By:  Kenneth R. Dolin, Esq. &  David L.  Streck, Esq.

 Here we go again.  The National Labor Relations Board (“Board” or “NLRB”)  has adopted its expedited election rules that have been previously proposed twice and approved in part once, only to be ruled invalid by the United States District Court for the District of Columbia on procedural grounds.  The rule will be published in the Federal Register on December 15, 2014.  Absent another successful challenge, these rules will take effect on April 14, 2015 and will significantly shift the playing field and make it far easier for unions to organize employees.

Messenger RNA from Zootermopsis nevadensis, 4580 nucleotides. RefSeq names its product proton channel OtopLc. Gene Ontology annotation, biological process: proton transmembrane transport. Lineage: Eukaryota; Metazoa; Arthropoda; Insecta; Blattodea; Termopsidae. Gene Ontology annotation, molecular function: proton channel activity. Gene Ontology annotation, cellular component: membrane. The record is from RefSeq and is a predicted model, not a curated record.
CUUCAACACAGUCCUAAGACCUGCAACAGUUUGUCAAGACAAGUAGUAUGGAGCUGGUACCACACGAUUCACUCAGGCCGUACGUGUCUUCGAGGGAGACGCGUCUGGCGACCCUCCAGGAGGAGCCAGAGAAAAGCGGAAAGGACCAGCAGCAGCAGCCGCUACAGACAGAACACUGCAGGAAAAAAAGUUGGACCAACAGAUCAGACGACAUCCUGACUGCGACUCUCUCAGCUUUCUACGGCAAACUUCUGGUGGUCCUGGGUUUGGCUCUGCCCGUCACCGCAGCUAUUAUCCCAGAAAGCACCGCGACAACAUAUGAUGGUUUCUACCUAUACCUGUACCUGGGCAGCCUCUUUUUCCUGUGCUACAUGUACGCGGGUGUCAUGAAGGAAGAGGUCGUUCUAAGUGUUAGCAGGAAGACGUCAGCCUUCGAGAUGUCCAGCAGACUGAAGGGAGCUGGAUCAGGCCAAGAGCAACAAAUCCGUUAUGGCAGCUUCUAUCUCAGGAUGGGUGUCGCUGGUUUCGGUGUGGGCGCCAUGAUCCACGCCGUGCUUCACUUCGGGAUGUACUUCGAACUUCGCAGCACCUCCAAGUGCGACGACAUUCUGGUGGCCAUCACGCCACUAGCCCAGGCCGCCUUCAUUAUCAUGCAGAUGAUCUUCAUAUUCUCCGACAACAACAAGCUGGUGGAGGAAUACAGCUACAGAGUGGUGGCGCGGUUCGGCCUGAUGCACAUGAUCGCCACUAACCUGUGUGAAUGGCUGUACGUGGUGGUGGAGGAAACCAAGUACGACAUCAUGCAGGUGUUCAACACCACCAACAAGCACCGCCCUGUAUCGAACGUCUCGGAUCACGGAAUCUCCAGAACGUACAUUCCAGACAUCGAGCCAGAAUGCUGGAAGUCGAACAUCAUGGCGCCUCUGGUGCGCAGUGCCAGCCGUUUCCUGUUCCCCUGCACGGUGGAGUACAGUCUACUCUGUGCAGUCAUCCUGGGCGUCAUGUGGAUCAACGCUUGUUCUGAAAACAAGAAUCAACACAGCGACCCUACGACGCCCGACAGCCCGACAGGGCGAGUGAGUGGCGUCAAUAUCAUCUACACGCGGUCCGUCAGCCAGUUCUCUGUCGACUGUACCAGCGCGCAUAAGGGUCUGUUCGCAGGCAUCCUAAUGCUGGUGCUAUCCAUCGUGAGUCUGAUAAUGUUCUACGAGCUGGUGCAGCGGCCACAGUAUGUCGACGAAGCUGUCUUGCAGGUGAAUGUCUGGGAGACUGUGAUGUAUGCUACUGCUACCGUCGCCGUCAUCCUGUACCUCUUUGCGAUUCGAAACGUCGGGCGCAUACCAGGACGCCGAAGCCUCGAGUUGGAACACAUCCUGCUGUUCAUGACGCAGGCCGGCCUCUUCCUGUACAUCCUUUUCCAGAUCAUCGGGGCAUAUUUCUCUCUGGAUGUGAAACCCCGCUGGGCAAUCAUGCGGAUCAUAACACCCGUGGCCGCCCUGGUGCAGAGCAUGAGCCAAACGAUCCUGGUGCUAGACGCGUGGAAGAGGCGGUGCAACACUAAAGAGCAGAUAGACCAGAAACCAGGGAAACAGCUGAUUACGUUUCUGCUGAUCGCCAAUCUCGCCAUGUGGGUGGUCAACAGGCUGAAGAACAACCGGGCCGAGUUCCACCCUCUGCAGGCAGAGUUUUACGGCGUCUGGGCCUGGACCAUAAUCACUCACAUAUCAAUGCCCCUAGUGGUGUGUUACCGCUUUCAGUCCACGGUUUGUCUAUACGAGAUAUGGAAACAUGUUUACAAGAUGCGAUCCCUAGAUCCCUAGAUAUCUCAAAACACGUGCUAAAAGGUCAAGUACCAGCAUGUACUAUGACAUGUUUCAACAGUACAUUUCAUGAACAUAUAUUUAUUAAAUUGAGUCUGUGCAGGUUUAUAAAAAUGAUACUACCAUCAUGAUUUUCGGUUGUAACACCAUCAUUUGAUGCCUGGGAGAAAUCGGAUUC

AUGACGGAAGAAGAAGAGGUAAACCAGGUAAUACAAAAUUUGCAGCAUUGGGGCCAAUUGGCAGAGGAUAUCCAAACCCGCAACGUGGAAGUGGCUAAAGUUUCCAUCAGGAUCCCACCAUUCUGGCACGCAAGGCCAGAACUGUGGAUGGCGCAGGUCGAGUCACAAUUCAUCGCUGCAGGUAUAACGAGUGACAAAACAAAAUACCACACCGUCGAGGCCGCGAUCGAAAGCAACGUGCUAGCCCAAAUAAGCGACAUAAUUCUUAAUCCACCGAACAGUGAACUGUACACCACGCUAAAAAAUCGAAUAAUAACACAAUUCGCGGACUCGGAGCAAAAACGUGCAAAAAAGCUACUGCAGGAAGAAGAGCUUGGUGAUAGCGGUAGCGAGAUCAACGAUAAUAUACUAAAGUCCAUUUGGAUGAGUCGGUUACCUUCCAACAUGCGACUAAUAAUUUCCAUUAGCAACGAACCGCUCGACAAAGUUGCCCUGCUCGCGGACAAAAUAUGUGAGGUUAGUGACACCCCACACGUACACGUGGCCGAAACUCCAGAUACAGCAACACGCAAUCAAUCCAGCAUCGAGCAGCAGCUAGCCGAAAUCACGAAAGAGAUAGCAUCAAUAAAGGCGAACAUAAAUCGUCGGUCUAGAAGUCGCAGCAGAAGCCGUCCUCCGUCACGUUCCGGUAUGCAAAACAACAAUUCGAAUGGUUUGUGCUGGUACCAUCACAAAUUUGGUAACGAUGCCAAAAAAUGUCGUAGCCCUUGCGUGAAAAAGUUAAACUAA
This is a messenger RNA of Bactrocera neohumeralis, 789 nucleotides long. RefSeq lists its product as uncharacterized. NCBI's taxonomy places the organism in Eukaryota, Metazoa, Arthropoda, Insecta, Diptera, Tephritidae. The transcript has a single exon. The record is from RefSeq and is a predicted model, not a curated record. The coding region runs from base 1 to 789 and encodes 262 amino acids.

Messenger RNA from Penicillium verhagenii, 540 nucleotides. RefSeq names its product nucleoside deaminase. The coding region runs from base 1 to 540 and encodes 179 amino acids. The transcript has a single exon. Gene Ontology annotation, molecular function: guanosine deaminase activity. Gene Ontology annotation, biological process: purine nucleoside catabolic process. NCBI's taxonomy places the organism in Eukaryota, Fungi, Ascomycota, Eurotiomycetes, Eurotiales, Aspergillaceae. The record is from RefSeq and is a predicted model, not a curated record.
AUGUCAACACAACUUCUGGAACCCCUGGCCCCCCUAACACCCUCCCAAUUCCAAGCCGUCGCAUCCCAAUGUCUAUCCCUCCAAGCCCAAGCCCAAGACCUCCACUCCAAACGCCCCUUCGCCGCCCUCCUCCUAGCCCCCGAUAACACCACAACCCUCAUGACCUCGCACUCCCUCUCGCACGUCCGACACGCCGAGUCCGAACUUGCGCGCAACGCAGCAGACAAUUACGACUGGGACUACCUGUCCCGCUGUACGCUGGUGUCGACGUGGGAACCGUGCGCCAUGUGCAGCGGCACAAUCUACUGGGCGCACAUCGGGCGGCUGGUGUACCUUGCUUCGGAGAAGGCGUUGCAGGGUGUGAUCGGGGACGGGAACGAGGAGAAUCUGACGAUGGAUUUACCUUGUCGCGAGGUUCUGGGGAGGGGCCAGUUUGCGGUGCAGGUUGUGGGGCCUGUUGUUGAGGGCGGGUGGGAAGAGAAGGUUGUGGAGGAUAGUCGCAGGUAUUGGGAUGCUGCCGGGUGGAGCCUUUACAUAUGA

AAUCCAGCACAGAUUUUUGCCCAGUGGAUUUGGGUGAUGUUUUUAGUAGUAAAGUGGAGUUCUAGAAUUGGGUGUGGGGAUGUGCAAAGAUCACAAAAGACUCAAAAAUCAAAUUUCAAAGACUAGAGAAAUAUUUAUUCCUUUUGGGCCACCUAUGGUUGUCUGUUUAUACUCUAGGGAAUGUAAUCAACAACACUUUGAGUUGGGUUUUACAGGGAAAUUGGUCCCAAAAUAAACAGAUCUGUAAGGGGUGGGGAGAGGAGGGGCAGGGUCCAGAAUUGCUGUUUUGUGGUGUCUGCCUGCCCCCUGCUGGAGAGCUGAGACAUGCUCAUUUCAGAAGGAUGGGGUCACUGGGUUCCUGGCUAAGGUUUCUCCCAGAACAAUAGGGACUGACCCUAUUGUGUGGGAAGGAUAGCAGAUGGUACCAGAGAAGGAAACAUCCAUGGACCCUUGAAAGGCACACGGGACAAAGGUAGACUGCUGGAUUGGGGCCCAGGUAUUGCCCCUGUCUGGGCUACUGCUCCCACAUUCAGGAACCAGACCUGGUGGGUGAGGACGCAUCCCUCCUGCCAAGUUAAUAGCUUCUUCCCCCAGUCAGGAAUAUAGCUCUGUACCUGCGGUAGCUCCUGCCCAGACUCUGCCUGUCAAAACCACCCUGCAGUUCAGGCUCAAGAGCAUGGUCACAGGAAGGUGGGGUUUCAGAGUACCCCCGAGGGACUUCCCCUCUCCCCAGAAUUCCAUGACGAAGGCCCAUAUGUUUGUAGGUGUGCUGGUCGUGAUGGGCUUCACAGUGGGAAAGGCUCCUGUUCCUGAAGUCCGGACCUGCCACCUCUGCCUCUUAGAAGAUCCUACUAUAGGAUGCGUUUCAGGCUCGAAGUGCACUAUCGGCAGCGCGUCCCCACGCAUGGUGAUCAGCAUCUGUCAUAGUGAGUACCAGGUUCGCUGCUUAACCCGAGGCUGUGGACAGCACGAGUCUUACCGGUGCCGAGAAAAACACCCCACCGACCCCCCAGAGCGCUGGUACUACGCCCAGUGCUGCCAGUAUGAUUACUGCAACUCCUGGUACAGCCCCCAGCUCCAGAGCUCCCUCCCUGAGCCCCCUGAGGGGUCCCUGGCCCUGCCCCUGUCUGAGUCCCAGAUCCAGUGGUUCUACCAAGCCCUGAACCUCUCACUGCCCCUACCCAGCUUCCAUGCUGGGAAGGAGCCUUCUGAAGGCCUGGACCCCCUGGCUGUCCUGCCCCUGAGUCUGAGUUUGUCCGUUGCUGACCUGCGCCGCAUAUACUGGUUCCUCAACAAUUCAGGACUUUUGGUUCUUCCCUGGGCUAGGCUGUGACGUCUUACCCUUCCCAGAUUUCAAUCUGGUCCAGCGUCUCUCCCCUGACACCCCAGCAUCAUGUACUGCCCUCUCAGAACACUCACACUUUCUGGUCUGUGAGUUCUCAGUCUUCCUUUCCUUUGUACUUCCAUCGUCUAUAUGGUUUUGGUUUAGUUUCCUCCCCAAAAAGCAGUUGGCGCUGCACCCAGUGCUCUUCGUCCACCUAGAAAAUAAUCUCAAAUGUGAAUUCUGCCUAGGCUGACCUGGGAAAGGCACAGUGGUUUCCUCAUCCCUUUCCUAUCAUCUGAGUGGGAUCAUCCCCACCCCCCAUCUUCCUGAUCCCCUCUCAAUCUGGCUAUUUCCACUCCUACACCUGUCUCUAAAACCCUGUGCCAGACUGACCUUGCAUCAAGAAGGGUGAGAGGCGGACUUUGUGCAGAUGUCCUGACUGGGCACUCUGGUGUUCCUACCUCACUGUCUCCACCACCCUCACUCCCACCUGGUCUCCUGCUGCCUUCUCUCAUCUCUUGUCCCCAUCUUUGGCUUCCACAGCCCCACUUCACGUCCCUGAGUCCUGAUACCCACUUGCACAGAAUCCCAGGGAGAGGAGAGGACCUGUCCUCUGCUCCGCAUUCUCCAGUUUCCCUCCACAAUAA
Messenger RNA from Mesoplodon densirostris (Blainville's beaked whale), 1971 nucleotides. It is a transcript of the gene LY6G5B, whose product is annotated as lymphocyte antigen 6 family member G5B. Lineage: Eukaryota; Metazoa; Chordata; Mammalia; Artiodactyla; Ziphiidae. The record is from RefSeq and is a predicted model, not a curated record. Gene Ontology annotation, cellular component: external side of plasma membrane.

The New Rules

The newly approved rules include the following changes to existing representation case procedures:

  • Shorter Time for Pre-Election Hearings.  Pre-election hearings will normally be set to open eight days from the date of service of the notice of hearing.
  • Employer Must Prepare and File a Position Statement to Identify Disputed Issues.  An employer will ordinarily be required to prepare and file a comprehensive “statement of position,” by noon on the business day preceding the date of the hearing.  In that position statement, the employer must identify any issues regarding the composition of the proposed bargaining unit, day, time and place of the election, and other election-related matters.  Any issues omitted by the employer from its statement are waived by the employer and may not be raised later.